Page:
The link between Boris Johnson and Scarborough's most famous ghost

As the national media pore over every aspect and detail of our new prime minister's life and career, here's a reminder of one story that links him with Scarborough.

By Steve Bambridge
Thursday, 25th July 2019, 12:57 pm
Boris Johnson meets his new Cabinet. Photo: Getty Images
Boris Johnson meets his new Cabinet. Photo: Getty Images

After schooling at Eton, and graduating from Oxford University, Johnson secured a trainee reporter job on The Times.

Within months, though, he was sacked for trying to spice up a story about the discovery of a 14th century palace of Edward II on the south bank of the Thames.

His historical account was nonsensical, and an accompanying quote entirely made up. The quote was allegedly from his godfather, historian Colin Lucas, and Johnson wrote how the king would frolic at the palace with his supposed lover Piers Gaveston.

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Scarborough Castle

He quoted Lucas as saying the King ‘had enjoyed a reign of dissolution with his catamite, Piers Gaveston’ in the palace. But the palace was built in 1325; Gaveston had been beheaded in 1312.

Lucas complained to The Times as the misquote was damaging his academic reputation. Johnson insisted that he did speak to Lucas but had attributed his own mistake to the historian.

As a result, the paper terminated his contract. Johnson has since described the embarrassment of the incident: "It was awful ... I remember a deep, deep sense of shame and guilt… just not knowing how to sort it out … it was a bit of a bum.’

Piers Gaveston, Earl of Cornwall, was Edward II's favourite, and carried the crown of England at his coronation.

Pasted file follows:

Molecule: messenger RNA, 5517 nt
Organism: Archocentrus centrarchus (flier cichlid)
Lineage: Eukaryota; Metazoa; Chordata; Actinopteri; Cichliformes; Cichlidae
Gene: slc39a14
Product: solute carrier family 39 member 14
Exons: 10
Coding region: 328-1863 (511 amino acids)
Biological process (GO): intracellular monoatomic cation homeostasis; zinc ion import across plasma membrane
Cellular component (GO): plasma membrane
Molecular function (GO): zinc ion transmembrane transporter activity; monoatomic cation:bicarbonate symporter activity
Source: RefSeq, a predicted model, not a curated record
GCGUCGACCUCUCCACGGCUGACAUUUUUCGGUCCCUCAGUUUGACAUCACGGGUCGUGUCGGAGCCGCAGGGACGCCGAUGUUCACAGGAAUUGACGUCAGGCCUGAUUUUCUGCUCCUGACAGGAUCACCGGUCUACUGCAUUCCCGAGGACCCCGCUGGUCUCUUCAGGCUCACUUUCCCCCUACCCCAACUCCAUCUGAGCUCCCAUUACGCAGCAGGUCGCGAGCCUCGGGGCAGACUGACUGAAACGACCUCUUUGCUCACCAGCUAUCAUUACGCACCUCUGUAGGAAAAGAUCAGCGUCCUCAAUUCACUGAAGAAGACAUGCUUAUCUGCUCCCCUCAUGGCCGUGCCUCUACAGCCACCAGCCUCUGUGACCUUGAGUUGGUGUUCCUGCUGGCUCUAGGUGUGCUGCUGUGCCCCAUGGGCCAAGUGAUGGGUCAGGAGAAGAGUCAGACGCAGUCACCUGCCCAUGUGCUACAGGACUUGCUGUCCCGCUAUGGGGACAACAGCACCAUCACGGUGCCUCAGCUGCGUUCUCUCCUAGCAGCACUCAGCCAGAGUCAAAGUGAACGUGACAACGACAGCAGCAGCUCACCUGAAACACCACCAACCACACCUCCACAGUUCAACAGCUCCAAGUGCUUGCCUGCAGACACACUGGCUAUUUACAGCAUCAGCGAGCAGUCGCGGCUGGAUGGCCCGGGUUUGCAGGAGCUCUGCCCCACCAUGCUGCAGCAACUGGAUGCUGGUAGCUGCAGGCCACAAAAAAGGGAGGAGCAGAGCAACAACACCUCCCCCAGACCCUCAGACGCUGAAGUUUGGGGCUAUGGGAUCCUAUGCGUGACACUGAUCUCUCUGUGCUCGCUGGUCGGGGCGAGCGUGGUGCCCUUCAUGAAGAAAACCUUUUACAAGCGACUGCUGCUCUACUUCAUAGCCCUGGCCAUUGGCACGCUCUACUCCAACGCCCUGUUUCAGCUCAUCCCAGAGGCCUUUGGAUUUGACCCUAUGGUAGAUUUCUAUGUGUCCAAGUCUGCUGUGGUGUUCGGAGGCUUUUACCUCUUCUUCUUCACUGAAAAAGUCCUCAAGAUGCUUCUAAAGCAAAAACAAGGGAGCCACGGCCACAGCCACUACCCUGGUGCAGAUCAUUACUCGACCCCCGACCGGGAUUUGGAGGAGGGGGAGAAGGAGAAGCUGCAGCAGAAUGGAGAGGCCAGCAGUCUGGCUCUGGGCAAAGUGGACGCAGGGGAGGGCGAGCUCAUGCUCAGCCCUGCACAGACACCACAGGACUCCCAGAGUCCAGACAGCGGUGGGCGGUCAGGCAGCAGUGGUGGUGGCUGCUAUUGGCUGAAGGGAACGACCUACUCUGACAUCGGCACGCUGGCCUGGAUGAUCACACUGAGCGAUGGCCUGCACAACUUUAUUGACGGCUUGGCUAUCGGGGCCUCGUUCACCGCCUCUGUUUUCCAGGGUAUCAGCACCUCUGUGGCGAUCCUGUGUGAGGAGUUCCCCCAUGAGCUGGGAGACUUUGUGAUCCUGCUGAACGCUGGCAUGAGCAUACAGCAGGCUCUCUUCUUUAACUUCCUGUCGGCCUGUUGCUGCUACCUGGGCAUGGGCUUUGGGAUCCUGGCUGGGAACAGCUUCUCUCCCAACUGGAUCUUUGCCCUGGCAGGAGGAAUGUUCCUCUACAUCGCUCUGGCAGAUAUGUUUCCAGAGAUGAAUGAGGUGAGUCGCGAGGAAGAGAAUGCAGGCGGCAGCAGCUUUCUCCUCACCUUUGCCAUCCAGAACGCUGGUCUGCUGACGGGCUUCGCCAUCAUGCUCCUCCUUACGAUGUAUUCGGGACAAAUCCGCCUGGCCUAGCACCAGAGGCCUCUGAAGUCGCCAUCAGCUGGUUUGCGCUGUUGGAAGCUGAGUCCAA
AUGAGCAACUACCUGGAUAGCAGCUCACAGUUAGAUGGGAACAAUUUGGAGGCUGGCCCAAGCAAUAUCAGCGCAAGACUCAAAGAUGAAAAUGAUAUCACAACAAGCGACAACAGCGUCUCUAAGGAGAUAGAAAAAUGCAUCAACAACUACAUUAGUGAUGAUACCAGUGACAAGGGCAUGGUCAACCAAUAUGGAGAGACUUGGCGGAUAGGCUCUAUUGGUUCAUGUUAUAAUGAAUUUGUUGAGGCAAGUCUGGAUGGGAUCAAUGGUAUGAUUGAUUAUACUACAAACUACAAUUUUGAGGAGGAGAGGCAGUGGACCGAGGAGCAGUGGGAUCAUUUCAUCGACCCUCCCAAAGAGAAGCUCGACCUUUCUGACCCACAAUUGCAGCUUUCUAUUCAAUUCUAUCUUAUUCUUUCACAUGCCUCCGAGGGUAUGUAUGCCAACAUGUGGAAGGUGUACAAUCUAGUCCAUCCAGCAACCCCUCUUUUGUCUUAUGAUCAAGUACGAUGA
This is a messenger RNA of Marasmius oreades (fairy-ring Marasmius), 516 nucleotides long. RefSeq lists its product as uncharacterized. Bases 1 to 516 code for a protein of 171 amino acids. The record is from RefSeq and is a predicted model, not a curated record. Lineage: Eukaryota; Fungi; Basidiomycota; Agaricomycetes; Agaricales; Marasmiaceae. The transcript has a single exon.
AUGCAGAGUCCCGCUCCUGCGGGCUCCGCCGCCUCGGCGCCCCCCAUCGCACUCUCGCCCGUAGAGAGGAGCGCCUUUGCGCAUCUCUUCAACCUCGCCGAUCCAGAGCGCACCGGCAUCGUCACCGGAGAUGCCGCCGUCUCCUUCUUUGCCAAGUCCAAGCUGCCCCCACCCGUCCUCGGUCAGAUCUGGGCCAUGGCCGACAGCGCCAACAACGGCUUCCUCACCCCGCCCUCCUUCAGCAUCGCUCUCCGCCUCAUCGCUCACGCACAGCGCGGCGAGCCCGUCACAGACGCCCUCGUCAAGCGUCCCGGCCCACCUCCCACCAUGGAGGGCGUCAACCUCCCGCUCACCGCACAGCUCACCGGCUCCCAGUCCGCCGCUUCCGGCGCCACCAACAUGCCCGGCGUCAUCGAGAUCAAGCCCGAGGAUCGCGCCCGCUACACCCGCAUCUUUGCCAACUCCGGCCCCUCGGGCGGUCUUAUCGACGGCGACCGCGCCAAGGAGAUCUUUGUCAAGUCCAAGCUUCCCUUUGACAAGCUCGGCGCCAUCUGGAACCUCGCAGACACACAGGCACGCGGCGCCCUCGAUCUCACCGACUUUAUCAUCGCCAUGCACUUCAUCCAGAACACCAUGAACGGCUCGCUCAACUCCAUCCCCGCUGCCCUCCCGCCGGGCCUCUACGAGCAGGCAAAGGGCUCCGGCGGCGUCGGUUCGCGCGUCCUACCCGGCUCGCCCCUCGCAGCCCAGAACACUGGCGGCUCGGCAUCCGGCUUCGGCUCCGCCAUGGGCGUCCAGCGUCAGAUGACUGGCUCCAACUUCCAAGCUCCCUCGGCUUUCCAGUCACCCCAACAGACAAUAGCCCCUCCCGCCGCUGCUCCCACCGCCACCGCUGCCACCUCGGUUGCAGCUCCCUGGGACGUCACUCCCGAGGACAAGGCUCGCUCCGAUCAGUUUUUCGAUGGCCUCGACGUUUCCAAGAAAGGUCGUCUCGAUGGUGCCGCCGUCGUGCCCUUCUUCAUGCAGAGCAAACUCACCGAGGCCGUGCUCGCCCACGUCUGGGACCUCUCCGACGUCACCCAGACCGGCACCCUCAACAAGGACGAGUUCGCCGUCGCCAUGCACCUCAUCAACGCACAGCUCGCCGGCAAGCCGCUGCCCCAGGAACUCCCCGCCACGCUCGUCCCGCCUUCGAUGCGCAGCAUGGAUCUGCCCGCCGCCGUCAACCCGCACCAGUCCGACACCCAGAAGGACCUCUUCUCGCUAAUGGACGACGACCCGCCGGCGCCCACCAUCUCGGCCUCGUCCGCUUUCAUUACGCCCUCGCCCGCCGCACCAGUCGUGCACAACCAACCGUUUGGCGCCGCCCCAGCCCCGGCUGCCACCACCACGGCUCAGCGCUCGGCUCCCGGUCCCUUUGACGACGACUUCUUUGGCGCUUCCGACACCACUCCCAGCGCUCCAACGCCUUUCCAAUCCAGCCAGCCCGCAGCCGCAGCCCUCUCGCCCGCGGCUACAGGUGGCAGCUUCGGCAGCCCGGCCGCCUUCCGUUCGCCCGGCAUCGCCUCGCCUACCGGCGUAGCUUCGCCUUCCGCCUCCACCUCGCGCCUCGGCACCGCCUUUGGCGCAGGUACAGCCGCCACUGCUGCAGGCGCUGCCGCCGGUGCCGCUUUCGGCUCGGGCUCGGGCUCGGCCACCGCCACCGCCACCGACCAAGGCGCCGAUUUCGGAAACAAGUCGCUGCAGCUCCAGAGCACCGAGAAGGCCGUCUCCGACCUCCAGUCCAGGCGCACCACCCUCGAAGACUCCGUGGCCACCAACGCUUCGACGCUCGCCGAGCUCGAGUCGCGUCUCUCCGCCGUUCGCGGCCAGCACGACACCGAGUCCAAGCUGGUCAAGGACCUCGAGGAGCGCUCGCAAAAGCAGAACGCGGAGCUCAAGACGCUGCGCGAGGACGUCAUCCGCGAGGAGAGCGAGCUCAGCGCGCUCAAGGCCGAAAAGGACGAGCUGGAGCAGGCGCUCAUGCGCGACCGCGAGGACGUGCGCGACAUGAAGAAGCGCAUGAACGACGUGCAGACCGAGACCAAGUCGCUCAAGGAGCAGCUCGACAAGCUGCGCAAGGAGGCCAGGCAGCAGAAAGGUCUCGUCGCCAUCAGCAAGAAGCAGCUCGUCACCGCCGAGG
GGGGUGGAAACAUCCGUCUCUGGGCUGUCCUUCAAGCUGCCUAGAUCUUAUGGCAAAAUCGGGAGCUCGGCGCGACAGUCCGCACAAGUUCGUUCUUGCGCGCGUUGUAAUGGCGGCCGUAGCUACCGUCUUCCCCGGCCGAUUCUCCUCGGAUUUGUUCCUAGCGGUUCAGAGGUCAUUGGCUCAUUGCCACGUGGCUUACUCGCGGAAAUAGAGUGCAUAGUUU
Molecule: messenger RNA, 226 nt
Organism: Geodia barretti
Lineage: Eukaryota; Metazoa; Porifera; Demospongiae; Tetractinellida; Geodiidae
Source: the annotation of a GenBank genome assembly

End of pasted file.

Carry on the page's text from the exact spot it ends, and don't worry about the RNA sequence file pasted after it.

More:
But Gaveston made enemies of most of England's nobility, and in 1312 the earls revolted against Edward, forcing him to flee to York where he set about raising an army.

Gaveston was declared an outlaw and took refuge at Scarborough castle, which had been given to him by the king.

The earls laid siege to the castle and Gaveston surrendered. His captors swore to preserve his life in a solemn ceremony in Scarborough's Dominican friary, but they took him south, and he was sentenced to death and beheaded in June 1312 in Warwickshire, a month after their pledge.

The book "Haunted Castles of Britain and Ireland", by Richard Jones, states that despite Gaveston dying in the Midlands "it is, however, to Scarborough Castle that his headless spectre chooses to return, and where it attempts to lure unsuspecting visitors over the battlements to an ignoble death."

The sacking from The Times was far from the end of Johnson's journalistic career. He was given a chance on The Daily Telegraph, becoming the paper's Europe correspondent in Brussels, and went on to become assistant editor of the Telegraph and editor of The Spectator.

He was elected MP for Henley in 2001, beginning his rise through politics.